Most business owners have dealt with frustrated or upset customers at some point. If you’ve been in business long enough, it’s virtually unavoidable. But what isn’t unavoidable is taking important steps to manage these situations and resolve the conflict.
Upset Customers Don’t Have to Remain Upset
How do your team members or customer service reps react during this critical moment of truth for your business?
A moment of truth is “anytime a customer comes in contact with your organization and thereby forms an impression of it.” (Jan Carlzon) These impressions formed over time ultimately set your business up for lasting success or great failure.
The good news is you do have control over your organization’s customer service approach.
Bad Customer Service in Action
I was recently inquiring about a product at a local retail store.
I enquired with the sales associate to see if they carried the product I was looking for. He helps me for several minutes. Then, he suggests he will be right back to answer my question, but he drifts away to his computer before assisting other customers. After waiting for several minutes, I walk back over to the service counter to see if I can get his attention. I assume he is going to continue to assist me after he finishes with the customer he was speaking with. However, after he was done with the current customer, he continues to call up other customers and doesn’t come back to answer my original question.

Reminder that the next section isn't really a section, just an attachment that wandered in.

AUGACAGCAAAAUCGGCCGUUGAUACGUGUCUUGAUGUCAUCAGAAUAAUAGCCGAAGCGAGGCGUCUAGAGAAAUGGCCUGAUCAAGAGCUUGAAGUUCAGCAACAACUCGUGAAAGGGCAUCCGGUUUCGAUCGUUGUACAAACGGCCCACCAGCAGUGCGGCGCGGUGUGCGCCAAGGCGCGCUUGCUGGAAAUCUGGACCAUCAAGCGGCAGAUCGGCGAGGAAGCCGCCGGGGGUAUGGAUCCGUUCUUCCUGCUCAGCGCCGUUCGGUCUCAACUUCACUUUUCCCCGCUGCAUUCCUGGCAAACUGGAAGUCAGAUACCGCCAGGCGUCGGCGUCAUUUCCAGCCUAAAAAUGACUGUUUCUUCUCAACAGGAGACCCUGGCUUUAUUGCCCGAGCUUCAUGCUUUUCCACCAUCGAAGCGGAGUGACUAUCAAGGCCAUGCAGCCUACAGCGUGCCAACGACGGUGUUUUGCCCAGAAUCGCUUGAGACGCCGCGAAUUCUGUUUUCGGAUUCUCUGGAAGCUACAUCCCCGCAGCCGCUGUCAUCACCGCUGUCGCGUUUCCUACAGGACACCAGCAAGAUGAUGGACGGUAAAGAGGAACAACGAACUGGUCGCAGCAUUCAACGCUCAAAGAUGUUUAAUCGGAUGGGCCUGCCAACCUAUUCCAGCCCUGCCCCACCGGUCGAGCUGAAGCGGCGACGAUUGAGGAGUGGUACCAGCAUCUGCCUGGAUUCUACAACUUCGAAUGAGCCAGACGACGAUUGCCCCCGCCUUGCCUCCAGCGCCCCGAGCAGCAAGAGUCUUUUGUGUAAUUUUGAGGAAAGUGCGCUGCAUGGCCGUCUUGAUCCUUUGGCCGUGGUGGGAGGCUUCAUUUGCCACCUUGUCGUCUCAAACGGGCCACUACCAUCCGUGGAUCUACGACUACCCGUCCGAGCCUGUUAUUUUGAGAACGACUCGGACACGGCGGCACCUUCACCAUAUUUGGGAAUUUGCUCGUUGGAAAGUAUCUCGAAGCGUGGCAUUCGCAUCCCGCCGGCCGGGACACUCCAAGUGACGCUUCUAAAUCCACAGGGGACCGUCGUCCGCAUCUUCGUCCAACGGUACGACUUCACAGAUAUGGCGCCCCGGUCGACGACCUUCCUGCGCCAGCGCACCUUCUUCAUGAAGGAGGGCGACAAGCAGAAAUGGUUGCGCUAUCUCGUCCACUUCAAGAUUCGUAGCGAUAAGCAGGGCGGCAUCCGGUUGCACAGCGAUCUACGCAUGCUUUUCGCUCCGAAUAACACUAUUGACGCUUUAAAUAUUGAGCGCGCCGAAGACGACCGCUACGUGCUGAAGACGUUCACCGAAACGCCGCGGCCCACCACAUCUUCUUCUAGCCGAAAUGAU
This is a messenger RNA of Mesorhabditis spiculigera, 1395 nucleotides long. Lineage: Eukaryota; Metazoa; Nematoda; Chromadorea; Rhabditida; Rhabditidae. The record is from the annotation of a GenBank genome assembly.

I step in and ask if he had been able to look up the information I was requiring. And the sales associate remarks, “Oh right, I forgot about that. We don’t carry that product right now.” That’s all he says.
I was frustrated by the way this situation was handled. Most likely, I’ll take my business to a competing store in a future situation.
Sound familiar to something you’ve experienced in your own customer service examples?
I wouldn’t be on this store’s list of upset customers if they took any steps for resolving customer conflict.
A good strategy to resolve customer conflict will hopefully leave the customer with a positive memory of your encounter and an advocate of your brand.
Remember that in many situations, upset customers don’t think of themselves as customers – they think of themselves as people who need your help!
5 Ways to Manage Upset Customers
Use these five steps to skillfully take charge of negative customer situations and to salvage a potentially disastrous encounter.
- Focus on the situation only: Engage with the upset customer directly, giving them your full attention and solid eye contact.
- Let them vent: Hear the customer out before you step in. If you interrupt they may need to repeat what they have already said.
- Empathize with the customer: Perhaps the most important step in resolving this conflict is letting your customer know that you “feel their pain.”
- Summarize their situation: Upset customers need to see and hear that you understand their level of frustration.
- Problem Solve: Agree on the problem, brainstorm options, agree on the solution and follow up on commitments made.
So, there you have it. Five effective strategies for dealing with upset customers. The notion of “the customer is always right” doesn’t always seem fair or even logical. But there is a reason behind it. Treating the customer as though they are right (and always with respect) goes a long way in boosting customer retention and satisfaction.
We can help train your employees with these strategies. Click here to learn more.
Did you learn a lot about managing upset customers in this post? Here are three more to read next:
- Communication for Everyone – How to Connect with External and Internal Customers
- Four Rules of Successful Customer Engagement
- Customer Service: Do the Little Things Make a Difference?
This post was first published in 2015 but it was updated in 2021 just for you.